October 3rd, 2001
By Bob Schwarz. Staff Writer. The Charleston Gazette
The Glenwood Series starts its second year at 4 p.m. Sunday at Glenwood, the historic estate on Charleston’s West Side, when John Cuthbert, author of the book “Early Art and Artists in West Virginia,” gives a lecture related to his book.
The Marshall University Graduate College Foundation sponsors the lecture. In 1978, Lucy Quarrier, the house’s last resident, gave Glenwood to the West Virginia Graduate College Foundation, which is opening the estate to the public through these programs.
Tickets to the lecture are $10, and reservations are required. Call 746-2072.
John Cuthbert, curator of the West Virginia Historical Art Collection at West Virginia University and author of “Early Art and Artists in West Virginia,” will speak at Glenwood on Sunday.
Cuthbert, curator of the West Virginia Historical Art Collection at West Virginia University, worked off and on researching his book for 17 years.
Beginning in 1983, he poked around in the records of state newspapers, stored on microfilm at WVU. He looked through census records, also available at WVU on microfilm, to find nearly forgotten people who had called themselves artists in a 19th-century census.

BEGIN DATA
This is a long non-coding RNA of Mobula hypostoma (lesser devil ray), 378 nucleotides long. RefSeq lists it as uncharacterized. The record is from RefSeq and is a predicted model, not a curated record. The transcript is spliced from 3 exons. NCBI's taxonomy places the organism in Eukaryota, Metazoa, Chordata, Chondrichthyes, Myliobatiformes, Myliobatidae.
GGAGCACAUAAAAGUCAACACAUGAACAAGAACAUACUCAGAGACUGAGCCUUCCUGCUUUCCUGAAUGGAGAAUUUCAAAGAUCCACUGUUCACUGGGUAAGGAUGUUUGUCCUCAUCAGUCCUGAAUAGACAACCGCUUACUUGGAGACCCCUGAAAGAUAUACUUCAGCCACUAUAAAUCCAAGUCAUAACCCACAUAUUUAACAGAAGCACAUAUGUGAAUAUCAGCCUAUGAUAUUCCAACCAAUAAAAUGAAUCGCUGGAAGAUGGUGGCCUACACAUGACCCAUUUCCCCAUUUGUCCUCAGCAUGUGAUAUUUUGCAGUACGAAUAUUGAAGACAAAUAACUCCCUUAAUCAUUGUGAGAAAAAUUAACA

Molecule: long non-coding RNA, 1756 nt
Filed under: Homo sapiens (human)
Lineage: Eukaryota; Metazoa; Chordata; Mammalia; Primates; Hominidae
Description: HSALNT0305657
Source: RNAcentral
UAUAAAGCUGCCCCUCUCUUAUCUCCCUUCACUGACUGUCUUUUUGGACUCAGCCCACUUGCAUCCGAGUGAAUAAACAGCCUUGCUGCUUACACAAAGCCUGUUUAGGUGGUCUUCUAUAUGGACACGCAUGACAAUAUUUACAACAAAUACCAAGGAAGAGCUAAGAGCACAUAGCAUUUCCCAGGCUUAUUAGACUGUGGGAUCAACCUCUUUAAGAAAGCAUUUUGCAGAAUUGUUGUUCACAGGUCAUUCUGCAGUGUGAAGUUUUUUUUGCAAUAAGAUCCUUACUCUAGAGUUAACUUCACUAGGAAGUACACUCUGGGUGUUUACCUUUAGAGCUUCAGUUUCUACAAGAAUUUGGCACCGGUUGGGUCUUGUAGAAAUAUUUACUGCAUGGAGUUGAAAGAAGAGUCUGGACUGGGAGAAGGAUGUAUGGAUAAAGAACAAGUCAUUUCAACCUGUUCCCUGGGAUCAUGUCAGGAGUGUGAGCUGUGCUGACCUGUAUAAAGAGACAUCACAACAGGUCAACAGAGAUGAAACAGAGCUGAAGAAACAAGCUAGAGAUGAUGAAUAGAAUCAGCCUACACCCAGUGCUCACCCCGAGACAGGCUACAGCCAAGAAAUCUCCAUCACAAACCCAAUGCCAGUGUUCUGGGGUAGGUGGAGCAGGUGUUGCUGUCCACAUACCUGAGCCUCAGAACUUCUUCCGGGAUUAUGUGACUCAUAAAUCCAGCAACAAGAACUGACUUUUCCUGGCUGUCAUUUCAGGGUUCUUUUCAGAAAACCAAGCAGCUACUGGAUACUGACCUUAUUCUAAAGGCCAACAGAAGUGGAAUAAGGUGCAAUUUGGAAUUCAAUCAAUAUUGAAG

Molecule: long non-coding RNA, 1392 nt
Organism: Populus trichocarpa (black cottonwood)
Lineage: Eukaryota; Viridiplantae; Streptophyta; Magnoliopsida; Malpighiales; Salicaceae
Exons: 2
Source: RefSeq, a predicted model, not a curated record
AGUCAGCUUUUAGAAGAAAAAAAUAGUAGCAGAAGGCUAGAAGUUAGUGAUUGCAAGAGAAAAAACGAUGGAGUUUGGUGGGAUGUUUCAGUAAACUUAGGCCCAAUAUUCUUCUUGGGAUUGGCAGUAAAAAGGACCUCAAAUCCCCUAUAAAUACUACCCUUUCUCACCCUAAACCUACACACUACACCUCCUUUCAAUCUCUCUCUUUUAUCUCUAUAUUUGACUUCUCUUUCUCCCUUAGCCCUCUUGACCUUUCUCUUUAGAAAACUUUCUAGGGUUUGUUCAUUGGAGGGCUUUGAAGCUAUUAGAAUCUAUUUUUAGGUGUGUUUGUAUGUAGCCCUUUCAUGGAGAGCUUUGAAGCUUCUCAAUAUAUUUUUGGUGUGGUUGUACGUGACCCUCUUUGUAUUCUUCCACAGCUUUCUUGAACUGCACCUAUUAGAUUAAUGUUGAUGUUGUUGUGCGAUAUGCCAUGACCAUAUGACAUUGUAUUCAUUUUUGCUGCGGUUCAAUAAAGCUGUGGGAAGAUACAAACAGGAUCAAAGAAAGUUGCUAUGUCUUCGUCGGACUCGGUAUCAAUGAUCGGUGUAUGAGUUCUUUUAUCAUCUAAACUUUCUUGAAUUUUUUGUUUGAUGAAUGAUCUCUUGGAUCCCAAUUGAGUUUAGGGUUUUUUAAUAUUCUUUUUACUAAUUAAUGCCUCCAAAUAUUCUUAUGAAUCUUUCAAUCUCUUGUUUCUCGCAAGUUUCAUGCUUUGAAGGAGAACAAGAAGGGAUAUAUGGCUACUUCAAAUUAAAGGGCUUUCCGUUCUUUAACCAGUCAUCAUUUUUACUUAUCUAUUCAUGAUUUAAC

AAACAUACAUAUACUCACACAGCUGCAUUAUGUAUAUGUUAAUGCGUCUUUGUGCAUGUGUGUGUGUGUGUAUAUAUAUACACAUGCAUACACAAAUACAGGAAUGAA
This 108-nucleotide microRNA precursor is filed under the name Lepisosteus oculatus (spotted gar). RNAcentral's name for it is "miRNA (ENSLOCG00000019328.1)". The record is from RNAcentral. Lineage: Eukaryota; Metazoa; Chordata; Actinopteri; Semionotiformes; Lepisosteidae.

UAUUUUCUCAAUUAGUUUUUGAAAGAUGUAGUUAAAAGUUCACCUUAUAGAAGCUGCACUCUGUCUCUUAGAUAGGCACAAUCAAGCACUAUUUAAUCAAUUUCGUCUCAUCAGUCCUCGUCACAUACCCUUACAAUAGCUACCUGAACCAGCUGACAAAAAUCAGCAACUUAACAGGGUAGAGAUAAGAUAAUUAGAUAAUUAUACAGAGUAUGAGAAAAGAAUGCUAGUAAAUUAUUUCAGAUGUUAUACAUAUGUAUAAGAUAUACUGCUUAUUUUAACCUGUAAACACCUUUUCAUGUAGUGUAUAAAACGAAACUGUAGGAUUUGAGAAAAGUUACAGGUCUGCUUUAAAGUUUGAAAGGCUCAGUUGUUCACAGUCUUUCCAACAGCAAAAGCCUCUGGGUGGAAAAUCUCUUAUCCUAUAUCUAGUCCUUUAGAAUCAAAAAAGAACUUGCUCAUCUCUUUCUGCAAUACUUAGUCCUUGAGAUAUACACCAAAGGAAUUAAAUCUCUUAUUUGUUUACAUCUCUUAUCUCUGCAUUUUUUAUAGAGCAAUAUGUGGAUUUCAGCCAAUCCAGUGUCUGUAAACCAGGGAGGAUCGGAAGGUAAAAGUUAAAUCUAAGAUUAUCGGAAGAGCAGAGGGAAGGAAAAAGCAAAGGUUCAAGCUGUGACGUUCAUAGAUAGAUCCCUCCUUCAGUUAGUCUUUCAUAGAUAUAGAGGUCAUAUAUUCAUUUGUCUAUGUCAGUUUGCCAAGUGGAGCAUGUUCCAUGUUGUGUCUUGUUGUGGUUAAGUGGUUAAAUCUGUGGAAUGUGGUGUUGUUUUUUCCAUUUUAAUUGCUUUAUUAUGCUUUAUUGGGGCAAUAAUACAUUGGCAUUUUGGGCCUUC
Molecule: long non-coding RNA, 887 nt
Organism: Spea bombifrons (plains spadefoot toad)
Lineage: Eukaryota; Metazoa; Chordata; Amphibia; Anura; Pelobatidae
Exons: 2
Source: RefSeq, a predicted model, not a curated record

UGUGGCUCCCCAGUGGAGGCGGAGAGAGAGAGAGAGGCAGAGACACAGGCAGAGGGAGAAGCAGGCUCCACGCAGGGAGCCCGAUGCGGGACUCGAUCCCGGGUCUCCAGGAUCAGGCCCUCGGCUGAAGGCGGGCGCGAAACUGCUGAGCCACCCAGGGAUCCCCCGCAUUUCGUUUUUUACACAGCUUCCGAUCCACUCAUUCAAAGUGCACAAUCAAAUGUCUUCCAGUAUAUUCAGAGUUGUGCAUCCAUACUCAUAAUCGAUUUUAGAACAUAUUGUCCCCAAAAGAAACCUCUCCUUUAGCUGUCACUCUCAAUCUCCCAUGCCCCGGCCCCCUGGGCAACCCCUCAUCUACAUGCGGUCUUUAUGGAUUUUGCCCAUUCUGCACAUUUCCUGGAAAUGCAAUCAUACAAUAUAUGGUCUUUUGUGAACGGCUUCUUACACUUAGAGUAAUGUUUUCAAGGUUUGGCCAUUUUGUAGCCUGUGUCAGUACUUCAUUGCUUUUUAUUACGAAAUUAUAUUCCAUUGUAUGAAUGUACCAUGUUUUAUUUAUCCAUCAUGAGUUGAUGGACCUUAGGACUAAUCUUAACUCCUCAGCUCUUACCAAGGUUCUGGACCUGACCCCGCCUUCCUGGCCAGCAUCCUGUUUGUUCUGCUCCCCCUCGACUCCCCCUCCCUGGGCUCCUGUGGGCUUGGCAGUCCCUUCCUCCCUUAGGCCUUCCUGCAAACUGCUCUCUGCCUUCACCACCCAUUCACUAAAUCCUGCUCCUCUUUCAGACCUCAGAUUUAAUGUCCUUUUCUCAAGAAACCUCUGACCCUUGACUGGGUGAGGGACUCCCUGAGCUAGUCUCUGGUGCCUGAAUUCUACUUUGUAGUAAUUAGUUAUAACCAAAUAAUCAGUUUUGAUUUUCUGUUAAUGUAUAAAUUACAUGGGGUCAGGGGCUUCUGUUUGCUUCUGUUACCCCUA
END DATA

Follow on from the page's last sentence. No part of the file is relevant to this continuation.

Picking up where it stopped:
Cuthbert’s 301-page book, which includes more than 200 color illustrations, mingles three categories of artists: those born here, but who worked elsewhere; those born here who spent at least some of their working years here; and those who passed through, some for a decade or two, some so briefly they painted perhaps just a single canvas here.
Berkeley County native William Robinson Leigh won enduring fame as a painter of the American West and American Indian scenes, but he also painted “Potomac River, West Virginia” and “West Virginia Wood Chopper.” Leigh’s 1896 oil portrait “Sophie H. Colston” belongs to the National Museum of American Art at the Smithsonian Institution in Washington, D.C.
Blanche Lazzell, who spent most of her creative years in Provincetown, and her younger cousin Grace Martin Taylor, both of whom earned reputations for their white-line woodcuts, are represented in the book, which also takes capsule looks, with tiny illustrations, at many lesser artists.
“To me, this would be equally at home on a coffee table or a library shelf,” Cuthbert told a reporter when the book first came out last year. “You can’t find another book with this information in it.”
Remaining Glenwood Series lectures will take place Nov. 4, March 3, April 7 and May 5.
© Copyright 2001 The Charleston Gazette